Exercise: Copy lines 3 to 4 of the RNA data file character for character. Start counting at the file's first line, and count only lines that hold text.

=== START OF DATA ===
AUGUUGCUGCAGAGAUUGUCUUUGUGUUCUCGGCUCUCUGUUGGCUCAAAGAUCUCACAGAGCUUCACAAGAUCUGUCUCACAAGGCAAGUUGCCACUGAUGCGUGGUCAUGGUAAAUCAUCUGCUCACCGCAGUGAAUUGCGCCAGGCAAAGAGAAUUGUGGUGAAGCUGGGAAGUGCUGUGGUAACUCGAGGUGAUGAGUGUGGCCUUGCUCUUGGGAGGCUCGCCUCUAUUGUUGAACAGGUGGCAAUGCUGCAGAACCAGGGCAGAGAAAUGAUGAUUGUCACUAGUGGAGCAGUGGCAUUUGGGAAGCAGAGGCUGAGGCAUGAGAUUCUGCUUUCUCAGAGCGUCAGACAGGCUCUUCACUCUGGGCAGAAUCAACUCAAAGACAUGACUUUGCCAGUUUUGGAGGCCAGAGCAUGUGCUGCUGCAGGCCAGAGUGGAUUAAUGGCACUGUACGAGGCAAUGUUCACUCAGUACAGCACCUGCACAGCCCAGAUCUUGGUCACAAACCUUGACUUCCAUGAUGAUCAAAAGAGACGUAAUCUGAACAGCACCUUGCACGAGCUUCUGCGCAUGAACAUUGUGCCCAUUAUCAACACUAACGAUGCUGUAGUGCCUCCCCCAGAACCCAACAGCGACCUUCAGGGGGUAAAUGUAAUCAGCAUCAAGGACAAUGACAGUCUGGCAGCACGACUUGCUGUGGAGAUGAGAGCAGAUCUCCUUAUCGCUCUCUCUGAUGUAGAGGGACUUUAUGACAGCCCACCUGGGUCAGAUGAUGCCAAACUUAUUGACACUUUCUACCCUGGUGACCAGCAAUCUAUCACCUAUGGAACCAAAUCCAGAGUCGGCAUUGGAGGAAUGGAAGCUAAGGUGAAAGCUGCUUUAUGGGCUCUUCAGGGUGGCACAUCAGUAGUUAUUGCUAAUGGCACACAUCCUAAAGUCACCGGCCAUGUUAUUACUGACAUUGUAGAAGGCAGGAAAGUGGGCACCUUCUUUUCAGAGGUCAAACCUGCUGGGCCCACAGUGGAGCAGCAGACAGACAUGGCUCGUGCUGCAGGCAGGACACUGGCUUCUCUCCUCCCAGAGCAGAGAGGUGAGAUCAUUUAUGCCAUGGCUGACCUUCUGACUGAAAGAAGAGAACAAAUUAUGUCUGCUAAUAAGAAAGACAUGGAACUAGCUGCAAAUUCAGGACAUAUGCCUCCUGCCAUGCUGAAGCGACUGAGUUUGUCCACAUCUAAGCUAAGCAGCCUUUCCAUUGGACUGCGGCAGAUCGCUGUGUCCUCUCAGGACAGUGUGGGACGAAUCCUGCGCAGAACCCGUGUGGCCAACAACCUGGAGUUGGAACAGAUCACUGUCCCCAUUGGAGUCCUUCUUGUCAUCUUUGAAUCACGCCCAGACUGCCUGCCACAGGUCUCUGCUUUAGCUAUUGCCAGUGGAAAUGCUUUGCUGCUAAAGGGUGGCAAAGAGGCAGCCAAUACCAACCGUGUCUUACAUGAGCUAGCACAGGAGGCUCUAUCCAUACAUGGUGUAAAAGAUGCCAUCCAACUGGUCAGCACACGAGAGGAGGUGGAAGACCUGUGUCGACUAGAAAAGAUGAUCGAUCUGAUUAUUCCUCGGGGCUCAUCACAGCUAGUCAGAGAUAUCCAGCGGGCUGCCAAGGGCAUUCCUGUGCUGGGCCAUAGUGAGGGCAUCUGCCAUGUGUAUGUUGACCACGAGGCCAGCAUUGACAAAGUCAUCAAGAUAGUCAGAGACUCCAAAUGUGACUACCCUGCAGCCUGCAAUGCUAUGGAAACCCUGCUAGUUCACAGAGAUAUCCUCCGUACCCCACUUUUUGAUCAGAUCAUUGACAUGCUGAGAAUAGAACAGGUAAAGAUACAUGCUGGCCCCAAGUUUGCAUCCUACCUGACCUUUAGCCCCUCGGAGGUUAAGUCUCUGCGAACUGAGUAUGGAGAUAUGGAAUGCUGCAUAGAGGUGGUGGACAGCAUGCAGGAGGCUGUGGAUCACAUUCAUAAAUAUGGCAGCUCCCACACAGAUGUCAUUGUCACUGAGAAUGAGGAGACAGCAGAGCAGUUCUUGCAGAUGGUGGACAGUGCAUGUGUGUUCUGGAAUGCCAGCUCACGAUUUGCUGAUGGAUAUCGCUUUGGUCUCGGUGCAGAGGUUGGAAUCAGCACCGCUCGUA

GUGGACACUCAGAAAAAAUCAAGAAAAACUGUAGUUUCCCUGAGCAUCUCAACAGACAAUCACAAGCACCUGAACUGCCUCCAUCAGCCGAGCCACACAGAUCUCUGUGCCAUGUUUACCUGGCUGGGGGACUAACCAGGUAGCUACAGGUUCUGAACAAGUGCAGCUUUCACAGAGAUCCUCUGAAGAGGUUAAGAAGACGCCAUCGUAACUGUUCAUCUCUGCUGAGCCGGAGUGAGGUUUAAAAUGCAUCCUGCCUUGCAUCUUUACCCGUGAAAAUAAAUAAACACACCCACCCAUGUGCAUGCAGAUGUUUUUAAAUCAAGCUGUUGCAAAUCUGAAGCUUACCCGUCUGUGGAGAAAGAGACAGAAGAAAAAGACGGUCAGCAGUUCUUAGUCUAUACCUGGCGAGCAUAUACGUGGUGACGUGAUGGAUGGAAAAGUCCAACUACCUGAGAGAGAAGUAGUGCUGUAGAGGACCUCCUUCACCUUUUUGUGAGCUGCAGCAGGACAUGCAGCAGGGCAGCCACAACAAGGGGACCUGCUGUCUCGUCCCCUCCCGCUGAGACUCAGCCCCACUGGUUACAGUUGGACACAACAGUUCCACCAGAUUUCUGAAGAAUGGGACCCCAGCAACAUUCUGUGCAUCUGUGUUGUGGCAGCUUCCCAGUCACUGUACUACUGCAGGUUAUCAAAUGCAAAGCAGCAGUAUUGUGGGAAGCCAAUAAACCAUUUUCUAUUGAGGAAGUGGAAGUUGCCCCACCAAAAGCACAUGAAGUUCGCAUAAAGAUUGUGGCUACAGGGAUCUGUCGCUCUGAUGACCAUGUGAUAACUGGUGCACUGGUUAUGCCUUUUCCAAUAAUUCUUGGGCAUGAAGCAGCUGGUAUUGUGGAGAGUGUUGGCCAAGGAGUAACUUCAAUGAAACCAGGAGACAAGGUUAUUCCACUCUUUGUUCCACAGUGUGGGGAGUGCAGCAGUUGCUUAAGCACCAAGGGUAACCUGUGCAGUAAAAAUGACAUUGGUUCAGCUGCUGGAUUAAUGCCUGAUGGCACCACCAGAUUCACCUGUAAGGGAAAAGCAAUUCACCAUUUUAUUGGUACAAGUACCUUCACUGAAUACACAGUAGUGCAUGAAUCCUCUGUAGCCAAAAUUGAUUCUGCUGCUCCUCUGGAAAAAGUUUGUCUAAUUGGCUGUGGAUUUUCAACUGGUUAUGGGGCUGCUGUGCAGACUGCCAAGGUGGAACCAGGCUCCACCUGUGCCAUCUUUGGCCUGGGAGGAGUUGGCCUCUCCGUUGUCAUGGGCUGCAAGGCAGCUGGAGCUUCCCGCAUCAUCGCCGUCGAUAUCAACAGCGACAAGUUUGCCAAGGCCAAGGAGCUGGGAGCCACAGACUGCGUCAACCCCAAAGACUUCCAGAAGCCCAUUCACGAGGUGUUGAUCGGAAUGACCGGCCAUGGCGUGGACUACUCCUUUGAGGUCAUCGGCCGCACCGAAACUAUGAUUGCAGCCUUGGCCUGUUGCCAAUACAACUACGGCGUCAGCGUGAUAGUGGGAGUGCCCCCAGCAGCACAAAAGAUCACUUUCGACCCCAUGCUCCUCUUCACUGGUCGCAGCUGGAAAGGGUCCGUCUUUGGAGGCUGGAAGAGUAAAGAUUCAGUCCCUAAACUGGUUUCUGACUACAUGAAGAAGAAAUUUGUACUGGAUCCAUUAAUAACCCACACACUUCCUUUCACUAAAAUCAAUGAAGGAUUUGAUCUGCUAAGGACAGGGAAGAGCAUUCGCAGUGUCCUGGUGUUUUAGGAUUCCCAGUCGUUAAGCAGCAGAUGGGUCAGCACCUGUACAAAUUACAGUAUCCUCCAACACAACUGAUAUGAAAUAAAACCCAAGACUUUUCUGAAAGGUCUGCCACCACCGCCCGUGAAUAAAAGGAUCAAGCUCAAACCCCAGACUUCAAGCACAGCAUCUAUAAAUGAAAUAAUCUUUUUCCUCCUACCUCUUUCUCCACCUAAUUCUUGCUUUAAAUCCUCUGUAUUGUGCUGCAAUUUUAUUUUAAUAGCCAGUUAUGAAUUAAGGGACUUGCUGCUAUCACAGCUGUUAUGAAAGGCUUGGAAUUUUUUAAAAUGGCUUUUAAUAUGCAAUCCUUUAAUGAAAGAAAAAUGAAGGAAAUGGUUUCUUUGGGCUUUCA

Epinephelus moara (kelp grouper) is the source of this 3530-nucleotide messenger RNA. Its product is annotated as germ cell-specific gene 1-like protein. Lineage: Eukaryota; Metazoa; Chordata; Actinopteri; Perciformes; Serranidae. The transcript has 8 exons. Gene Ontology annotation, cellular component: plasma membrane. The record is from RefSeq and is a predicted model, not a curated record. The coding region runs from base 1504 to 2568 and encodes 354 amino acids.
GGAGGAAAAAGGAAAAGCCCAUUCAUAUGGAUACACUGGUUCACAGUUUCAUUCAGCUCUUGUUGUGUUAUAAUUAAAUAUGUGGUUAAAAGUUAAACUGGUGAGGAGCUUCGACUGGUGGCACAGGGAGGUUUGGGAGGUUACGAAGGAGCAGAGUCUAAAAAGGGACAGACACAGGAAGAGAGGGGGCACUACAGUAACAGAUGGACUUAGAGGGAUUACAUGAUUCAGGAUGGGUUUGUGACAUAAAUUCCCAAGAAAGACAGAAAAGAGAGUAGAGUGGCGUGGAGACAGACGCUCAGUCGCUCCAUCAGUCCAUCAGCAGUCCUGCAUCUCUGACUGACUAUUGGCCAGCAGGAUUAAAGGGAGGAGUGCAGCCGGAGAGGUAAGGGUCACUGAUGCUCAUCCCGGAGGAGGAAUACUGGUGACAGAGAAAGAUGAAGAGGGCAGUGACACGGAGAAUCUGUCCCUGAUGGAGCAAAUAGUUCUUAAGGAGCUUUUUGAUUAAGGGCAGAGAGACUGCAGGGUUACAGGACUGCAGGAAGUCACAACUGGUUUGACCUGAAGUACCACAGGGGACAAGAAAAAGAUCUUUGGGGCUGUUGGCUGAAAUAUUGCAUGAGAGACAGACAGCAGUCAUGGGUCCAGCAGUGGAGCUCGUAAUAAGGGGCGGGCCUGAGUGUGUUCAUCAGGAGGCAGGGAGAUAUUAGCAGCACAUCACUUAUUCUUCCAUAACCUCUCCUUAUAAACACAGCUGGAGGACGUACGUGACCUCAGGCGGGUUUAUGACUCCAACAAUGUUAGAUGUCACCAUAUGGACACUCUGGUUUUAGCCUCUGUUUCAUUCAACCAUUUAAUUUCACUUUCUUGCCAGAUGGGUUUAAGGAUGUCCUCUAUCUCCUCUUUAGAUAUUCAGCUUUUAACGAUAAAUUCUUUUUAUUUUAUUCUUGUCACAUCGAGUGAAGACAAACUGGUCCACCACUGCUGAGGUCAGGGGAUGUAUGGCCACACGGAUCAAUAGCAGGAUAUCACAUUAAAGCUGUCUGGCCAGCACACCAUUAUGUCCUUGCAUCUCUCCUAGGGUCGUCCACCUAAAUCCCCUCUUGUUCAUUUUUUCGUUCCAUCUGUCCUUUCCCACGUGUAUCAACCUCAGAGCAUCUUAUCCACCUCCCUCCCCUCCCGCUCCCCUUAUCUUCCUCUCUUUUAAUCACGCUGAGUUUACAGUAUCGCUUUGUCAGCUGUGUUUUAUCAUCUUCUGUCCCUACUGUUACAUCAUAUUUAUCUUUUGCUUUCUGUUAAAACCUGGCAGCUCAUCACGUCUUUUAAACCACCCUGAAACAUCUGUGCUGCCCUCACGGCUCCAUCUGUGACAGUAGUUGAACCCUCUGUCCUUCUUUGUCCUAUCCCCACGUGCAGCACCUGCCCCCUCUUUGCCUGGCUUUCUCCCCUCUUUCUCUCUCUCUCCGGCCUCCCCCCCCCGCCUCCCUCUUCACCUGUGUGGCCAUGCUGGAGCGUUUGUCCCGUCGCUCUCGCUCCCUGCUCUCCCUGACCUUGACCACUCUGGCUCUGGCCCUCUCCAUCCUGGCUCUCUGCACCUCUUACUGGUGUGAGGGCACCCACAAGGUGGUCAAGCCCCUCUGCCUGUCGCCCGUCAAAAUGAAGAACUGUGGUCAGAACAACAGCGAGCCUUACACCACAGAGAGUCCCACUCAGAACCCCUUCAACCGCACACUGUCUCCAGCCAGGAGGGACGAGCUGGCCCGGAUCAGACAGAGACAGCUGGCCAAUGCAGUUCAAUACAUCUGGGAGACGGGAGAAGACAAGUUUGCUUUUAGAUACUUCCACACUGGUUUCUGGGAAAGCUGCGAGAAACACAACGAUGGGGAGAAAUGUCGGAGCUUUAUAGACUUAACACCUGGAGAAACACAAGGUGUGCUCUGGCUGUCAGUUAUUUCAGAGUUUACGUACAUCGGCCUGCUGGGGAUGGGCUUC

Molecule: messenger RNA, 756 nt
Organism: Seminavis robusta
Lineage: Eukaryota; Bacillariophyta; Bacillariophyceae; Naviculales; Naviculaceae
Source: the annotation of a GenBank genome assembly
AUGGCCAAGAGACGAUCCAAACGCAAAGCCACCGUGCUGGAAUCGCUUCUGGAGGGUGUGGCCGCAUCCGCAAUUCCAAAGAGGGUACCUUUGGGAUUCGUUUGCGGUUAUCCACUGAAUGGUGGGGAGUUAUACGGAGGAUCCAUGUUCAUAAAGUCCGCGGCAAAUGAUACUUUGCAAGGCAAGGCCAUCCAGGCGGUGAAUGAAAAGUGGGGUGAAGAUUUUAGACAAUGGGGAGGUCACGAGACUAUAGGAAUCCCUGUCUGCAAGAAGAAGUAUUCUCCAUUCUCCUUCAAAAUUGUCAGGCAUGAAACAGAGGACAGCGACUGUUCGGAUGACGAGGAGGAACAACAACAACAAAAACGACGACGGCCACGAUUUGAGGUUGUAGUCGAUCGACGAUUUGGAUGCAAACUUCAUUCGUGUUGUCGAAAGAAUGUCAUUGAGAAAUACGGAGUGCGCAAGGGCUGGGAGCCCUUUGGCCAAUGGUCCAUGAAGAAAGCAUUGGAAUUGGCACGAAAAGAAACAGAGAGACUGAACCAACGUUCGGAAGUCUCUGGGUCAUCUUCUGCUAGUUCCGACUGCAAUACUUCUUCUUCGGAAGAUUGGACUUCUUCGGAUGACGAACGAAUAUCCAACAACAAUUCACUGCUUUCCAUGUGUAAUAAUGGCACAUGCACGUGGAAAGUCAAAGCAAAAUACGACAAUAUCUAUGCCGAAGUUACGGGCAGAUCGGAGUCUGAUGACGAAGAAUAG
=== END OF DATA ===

Epinephelus moara (kelp grouper) is the source of this 3530-nucleotide messenger RNA. Its product is annotated as germ cell-specific gene 1-like protein. Lineage: Eukaryota; Metazoa; Chordata; Actinopteri; Perciformes; Serranidae. The transcript has 8 exons. Gene Ontology annotation, cellular component: plasma membrane. The record is from RefSeq and is a predicted model, not a curated record. The coding region runs from base 1504 to 2568 and encodes 354 amino acids.
GGAGGAAAAAGGAAAAGCCCAUUCAUAUGGAUACACUGGUUCACAGUUUCAUUCAGCUCUUGUUGUGUUAUAAUUAAAUAUGUGGUUAAAAGUUAAACUGGUGAGGAGCUUCGACUGGUGGCACAGGGAGGUUUGGGAGGUUACGAAGGAGCAGAGUCUAAAAAGGGACAGACACAGGAAGAGAGGGGGCACUACAGUAACAGAUGGACUUAGAGGGAUUACAUGAUUCAGGAUGGGUUUGUGACAUAAAUUCCCAAGAAAGACAGAAAAGAGAGUAGAGUGGCGUGGAGACAGACGCUCAGUCGCUCCAUCAGUCCAUCAGCAGUCCUGCAUCUCUGACUGACUAUUGGCCAGCAGGAUUAAAGGGAGGAGUGCAGCCGGAGAGGUAAGGGUCACUGAUGCUCAUCCCGGAGGAGGAAUACUGGUGACAGAGAAAGAUGAAGAGGGCAGUGACACGGAGAAUCUGUCCCUGAUGGAGCAAAUAGUUCUUAAGGAGCUUUUUGAUUAAGGGCAGAGAGACUGCAGGGUUACAGGACUGCAGGAAGUCACAACUGGUUUGACCUGAAGUACCACAGGGGACAAGAAAAAGAUCUUUGGGGCUGUUGGCUGAAAUAUUGCAUGAGAGACAGACAGCAGUCAUGGGUCCAGCAGUGGAGCUCGUAAUAAGGGGCGGGCCUGAGUGUGUUCAUCAGGAGGCAGGGAGAUAUUAGCAGCACAUCACUUAUUCUUCCAUAACCUCUCCUUAUAAACACAGCUGGAGGACGUACGUGACCUCAGGCGGGUUUAUGACUCCAACAAUGUUAGAUGUCACCAUAUGGACACUCUGGUUUUAGCCUCUGUUUCAUUCAACCAUUUAAUUUCACUUUCUUGCCAGAUGGGUUUAAGGAUGUCCUCUAUCUCCUCUUUAGAUAUUCAGCUUUUAACGAUAAAUUCUUUUUAUUUUAUUCUUGUCACAUCGAGUGAAGACAAACUGGUCCACCACUGCUGAGGUCAGGGGAUGUAUGGCCACACGGAUCAAUAGCAGGAUAUCACAUUAAAGCUGUCUGGCCAGCACACCAUUAUGUCCUUGCAUCUCUCCUAGGGUCGUCCACCUAAAUCCCCUCUUGUUCAUUUUUUCGUUCCAUCUGUCCUUUCCCACGUGUAUCAACCUCAGAGCAUCUUAUCCACCUCCCUCCCCUCCCGCUCCCCUUAUCUUCCUCUCUUUUAAUCACGCUGAGUUUACAGUAUCGCUUUGUCAGCUGUGUUUUAUCAUCUUCUGUCCCUACUGUUACAUCAUAUUUAUCUUUUGCUUUCUGUUAAAACCUGGCAGCUCAUCACGUCUUUUAAACCACCCUGAAACAUCUGUGCUGCCCUCACGGCUCCAUCUGUGACAGUAGUUGAACCCUCUGUCCUUCUUUGUCCUAUCCCCACGUGCAGCACCUGCCCCCUCUUUGCCUGGCUUUCUCCCCUCUUUCUCUCUCUCUCCGGCCUCCCCCCCCCGCCUCCCUCUUCACCUGUGUGGCCAUGCUGGAGCGUUUGUCCCGUCGCUCUCGCUCCCUGCUCUCCCUGACCUUGACCACUCUGGCUCUGGCCCUCUCCAUCCUGGCUCUCUGCACCUCUUACUGGUGUGAGGGCACCCACAAGGUGGUCAAGCCCCUCUGCCUGUCGCCCGUCAAAAUGAAGAACUGUGGUCAGAACAACAGCGAGCCUUACACCACAGAGAGUCCCACUCAGAACCCCUUCAACCGCACACUGUCUCCAGCCAGGAGGGACGAGCUGGCCCGGAUCAGACAGAGACAGCUGGCCAAUGCAGUUCAAUACAUCUGGGAGACGGGAGAAGACAAGUUUGCUUUUAGAUACUUCCACACUGGUUUCUGGGAAAGCUGCGAGAAACACAACGAUGGGGAGAAAUGUCGGAGCUUUAUAGACUUAACACCUGGAGAAACACAAGGUGUGCUCUGGCUGUCAGUUAUUUCAGAGUUUACGUACAUCGGCCUGCUGGGGAUGGGCUUC